A major stock brokerage of national repute hired a staff of tax shelter experts. Equipped with this new body of expertise, they were now ready to market it. But who comprised the market? And how were they to be reached? Income level is no indicator, because a family could be earning $ 150,000 a year and still not have a nickel to shelter. Savings is no indicator because a family could have $250,000 in savings but either not earn enough to shelter and/or have so many tax deductions that the income doesn't require shelter. Yet, the stock brokerage knows that there are at least 50,000 families in any decent-sized community that require tax shelters and don't know how to go about getting them. So they asked those families to identify themselves; they advertised a free seminar in the daily newspaper. It was given at a famous hotel on a weekday evening. I attended that seminar to research the brokerage's marketing technique. Three hundred middle-class and upper-middle-class couples showed up. An impressive array of written material was distributed free of charge at the registration desk. But I had to register to get the material and gain entrance to the seminar - name, address, and phone number.
The seminar was excellent. It consisted of four experts, each lecturing for thirty minutes on his particular aspect of tax-sheltering; oil drilling, limited partnerships, real estate, etc. No hard sales pitch was made. Attendees were invited to stay and speak further with any of the lecturers privately. The following Tuesday morning I received a phone call at my office from the brokerage; and then the sales pitch commenced. They were not calling cold! I had expressed prior interest by attending their seminar. I had identified myself. I had even psychologically obligated myself by attending their free seminar. I could not hang up on them. I had to listen to what they had to say.
Pay careful attention and you will notice that this brand of modern two-step marketing is being practiced everywhere by successful professionals. There are a number of means of accomplishing this two-step process. We shall discuss all of them in turn, starting with the effective one just described.
As a consultant, you usually address an executive with authority fairly high up on the corporate ladder, in many cases the C.E.O. himself. So the longer your seminar, the less likely his time constraints permit him to at-tend. Your free seminar should never take longer than two hours. It should be held during the working week and the working day. The invitation should be in the form of a robo-typed letter that has the appearance of a personal invitation; most word processors are equipped to do this well. You can expect a 5 percent response (attendance) if you address yourself to a particularly vital current problem of your industry or profession.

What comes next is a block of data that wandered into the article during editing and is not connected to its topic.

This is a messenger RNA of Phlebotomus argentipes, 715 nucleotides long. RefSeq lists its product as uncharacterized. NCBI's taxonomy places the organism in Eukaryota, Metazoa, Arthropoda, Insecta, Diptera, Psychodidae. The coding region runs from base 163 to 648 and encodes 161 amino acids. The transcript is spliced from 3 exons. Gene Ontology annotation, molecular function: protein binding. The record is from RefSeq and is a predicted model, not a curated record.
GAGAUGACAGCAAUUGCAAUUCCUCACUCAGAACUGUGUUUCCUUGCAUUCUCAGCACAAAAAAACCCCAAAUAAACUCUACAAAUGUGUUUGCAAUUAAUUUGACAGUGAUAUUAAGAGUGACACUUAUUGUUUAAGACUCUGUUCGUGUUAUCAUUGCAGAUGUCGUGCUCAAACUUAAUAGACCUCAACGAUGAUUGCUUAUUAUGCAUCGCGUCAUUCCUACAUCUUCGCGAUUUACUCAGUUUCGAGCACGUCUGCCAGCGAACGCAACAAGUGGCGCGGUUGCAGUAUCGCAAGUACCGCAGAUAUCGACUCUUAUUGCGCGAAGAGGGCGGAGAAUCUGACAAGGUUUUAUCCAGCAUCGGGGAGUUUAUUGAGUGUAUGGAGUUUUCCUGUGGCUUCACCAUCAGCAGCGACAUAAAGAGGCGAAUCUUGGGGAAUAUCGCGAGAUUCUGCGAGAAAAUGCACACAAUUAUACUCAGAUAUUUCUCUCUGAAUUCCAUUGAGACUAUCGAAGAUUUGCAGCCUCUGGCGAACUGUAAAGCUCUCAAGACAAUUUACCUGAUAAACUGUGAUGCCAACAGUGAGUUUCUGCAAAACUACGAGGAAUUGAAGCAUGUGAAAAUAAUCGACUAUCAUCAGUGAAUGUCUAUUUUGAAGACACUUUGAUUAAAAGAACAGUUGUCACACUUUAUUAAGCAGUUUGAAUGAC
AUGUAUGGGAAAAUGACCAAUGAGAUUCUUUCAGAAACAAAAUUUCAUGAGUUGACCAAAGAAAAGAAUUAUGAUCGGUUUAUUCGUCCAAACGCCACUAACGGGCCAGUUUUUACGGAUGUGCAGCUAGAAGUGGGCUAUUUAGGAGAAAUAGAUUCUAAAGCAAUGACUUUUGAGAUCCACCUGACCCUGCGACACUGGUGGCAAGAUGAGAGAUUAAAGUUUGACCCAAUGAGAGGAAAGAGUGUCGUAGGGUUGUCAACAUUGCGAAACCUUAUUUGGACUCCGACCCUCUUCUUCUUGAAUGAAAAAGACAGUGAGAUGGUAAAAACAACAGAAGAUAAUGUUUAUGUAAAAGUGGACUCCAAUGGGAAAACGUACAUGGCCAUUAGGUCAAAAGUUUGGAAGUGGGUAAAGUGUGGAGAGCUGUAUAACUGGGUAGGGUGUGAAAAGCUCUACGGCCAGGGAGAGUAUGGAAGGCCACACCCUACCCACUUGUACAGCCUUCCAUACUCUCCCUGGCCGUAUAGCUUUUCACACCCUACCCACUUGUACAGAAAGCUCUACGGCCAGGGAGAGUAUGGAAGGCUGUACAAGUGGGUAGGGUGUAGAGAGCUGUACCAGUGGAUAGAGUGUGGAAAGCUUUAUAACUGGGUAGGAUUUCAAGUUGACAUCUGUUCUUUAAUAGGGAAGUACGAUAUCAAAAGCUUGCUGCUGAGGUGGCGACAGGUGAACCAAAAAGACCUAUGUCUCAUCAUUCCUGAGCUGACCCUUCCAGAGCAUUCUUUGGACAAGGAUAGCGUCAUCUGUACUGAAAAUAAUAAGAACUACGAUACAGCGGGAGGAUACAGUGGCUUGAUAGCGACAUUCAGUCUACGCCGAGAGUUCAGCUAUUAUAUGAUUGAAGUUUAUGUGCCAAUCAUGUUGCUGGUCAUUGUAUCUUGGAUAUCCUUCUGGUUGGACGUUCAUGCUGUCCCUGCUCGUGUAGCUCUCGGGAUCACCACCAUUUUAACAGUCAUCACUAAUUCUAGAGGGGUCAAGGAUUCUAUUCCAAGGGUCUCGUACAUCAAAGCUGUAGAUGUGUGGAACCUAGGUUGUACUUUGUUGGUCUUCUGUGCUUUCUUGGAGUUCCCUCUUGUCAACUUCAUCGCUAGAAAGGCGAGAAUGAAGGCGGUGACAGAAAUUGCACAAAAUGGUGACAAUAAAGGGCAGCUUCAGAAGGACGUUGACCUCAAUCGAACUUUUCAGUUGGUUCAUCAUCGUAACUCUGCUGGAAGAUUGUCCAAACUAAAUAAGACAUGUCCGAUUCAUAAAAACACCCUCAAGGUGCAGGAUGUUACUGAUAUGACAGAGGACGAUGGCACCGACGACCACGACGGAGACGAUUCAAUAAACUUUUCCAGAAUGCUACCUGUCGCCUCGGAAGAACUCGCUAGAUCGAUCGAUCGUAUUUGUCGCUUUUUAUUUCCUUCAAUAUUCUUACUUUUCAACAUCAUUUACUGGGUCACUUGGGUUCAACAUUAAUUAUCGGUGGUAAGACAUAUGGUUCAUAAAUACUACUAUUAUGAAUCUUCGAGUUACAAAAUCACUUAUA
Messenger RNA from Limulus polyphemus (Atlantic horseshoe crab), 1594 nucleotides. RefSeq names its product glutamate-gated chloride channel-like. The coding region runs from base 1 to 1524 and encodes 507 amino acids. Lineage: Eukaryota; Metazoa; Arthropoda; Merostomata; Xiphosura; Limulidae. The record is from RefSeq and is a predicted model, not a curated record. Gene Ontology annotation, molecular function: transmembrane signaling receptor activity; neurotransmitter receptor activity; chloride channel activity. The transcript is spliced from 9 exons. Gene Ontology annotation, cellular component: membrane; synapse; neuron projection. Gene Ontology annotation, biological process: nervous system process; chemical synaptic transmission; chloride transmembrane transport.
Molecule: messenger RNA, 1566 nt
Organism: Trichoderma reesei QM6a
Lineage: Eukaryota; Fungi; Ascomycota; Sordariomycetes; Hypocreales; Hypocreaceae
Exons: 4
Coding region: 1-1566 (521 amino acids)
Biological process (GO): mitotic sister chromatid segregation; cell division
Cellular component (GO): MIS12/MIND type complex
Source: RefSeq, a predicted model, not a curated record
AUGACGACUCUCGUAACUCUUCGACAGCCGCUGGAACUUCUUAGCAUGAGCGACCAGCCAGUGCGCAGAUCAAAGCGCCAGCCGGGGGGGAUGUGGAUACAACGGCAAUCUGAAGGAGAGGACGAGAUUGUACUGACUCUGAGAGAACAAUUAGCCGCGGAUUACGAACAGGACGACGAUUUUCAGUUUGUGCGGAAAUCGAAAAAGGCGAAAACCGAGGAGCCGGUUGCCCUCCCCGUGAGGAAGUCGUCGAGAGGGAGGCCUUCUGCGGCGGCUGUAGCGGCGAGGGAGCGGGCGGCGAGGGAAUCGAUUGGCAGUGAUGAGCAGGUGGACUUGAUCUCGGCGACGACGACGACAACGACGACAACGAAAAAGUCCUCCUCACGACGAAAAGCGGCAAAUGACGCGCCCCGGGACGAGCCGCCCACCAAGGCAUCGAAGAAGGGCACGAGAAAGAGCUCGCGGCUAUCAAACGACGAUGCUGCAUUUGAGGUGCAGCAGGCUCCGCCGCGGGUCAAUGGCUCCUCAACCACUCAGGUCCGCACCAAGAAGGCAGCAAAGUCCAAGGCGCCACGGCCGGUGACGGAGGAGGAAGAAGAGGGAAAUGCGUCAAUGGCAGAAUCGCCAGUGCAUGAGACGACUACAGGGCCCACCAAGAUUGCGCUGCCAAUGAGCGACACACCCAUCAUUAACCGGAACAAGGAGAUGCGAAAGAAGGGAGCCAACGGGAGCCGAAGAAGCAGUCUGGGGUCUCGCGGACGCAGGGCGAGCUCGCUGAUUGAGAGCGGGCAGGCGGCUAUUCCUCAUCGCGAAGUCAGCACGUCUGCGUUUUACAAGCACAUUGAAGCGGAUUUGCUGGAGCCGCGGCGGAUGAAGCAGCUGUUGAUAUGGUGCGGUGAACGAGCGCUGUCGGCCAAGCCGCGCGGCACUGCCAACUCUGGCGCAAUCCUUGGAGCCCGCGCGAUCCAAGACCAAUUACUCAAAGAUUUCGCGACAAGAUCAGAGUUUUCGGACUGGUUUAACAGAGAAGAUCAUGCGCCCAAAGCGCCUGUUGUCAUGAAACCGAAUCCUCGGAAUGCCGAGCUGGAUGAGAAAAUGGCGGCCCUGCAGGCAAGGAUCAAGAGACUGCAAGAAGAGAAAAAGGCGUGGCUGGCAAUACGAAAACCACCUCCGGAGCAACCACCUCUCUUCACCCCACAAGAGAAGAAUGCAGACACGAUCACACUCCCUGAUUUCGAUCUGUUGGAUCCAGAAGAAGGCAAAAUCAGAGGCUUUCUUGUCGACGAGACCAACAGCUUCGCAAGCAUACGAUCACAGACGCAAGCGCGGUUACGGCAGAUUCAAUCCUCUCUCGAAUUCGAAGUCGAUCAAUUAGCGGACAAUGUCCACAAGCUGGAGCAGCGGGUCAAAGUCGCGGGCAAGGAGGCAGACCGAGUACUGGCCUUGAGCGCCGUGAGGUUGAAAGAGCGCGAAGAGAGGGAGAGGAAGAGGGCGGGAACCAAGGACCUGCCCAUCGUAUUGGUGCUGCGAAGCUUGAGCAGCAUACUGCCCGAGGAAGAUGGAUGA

In most cases, your attendance should not exceed thirty people (600 letters). The attendees must register. Your lecture must be highly informative so that the prospective clients understand how expert you are in your field. All questions must be answered in a forthright manner without holding back.
A number of attendees will approach you after your lecture to exchange calling cards, ask about your fees, attempt to get you to answer problems, attempt to discuss matters outside the parameters of your lecture, and even set up private appointments with you. And these, of course, are part of the pay-offs. Be certain that everyone leaves with your brochure and any other printed material you have that gives testimony to your expertise.
Within two weeks call the attendees personally on the telephone. Now they are not strangers. Now they will take the call. Now you have their attention. Ask whether they found the seminar helpful and whether you may be of further service to them via a no-obligation exploratory personal meeting.
Should you wish to offset your seminar costs or even make a profit on it by charging a goodly fee, OK. But bear in mind that you will cut your attendance considerably and that your original purpose was to have as many people as possible identify themselves as those in need of your consultative advice.
Editors of professional or industrial periodicals in your field are in dire need of the information you have to impart. Here again, you select a current vital problem and discuss it in full-this time in writing. If current enough and cogent enough, your submission will undoubtedly be accepted. Since most publications do not pay for these submissions, they "atone" by fully describing your credentials in the most laudatory terms. Readers will respond, either to you directly or via the publication. This brings clients to you.
How do experts position themselves so that they are quoted by radio and TV commentators as well as by newspaper and magazine reporters and columnists? Do you ever wonder about this? I wondered about it, learned how they did it and became notable, and quotable myself. This brought countless clients to my door.